5 Responses to “What’s an advocate and what do they do?”

  1. William Pessel says:

    Hi, I’m reading and looking forward to hearing more. I joined AOPA because I was impressed with its advocacy efforts, which I think are its core mission, and wanted my membership to support those efforts. So this stuff is important.

    The lack of comments thus far is a little concerning, but hopefully it’s because you’ve just provided an introduction to the process and haven’t yet touched on any of the substantive issues that might provoke comments from the membership. I got here as a result of the link from the AOPA epilot email, so its probably a good idea to keep that up.

    Hopefully in addition to letting us know what your office is doing your blog might highlight occasions when direct membership involvement can aid the process.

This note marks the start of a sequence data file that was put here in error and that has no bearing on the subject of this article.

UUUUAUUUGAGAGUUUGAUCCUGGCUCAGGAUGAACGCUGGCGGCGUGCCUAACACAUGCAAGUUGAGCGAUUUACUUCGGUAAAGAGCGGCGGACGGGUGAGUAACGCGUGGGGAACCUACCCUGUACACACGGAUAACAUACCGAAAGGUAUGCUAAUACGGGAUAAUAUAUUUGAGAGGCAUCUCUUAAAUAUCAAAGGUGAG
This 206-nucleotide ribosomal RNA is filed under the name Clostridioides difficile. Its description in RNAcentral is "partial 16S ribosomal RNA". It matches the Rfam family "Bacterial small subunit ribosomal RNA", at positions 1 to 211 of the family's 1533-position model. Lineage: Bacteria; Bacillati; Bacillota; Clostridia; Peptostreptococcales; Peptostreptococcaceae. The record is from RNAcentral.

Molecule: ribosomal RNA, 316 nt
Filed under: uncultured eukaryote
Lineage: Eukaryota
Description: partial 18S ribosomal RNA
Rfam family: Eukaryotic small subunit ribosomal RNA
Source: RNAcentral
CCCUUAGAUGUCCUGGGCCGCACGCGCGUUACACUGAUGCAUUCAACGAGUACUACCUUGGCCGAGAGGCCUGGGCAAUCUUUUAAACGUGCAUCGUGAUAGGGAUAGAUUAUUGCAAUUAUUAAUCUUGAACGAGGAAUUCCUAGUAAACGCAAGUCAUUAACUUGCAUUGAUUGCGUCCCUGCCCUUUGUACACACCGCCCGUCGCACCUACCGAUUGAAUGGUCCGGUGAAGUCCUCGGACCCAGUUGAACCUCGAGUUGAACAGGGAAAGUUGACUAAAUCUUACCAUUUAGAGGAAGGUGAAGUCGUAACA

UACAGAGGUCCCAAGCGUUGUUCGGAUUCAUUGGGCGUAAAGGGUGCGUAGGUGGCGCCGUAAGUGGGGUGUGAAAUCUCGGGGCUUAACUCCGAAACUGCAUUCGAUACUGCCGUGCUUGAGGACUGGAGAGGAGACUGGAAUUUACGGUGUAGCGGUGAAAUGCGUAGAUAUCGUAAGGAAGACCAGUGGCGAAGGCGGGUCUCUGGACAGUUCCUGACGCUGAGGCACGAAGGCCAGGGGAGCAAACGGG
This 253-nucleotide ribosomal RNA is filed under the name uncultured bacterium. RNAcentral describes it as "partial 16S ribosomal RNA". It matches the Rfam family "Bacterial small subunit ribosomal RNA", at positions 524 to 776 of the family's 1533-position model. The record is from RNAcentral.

• Tom Kramer says:

      First comment! Thanks William! Yes, the blog is new and only recently unveiled. I am hoping that as more folks discover it, and there are more articles published, there will be more direct engagement. I do plan to do articles on individual issues, but wanted to set the stage with some foundational insight first.

      I definitely plan to use the blog to highlight opportunities for members to get involved in issues.

      Thanks for reading and joining the conversation!

  2. William Pessel says:

    No problem, Tom. I’d like to see the operational, “day in the life,” part of it keep coming though, along with the other stuff.

    By the way, with reference to your statement “So much of what we do is reliant on having a strong network of knowledgeable, influential people. Not just in the FAA, but throughout other associations and stakeholder groups,” I have a question. Who, if anyone, besides Ken Mead is working on the issue of the Customs and Border Patrol (CBP) now moving to exempt its records from public disclosure requirements?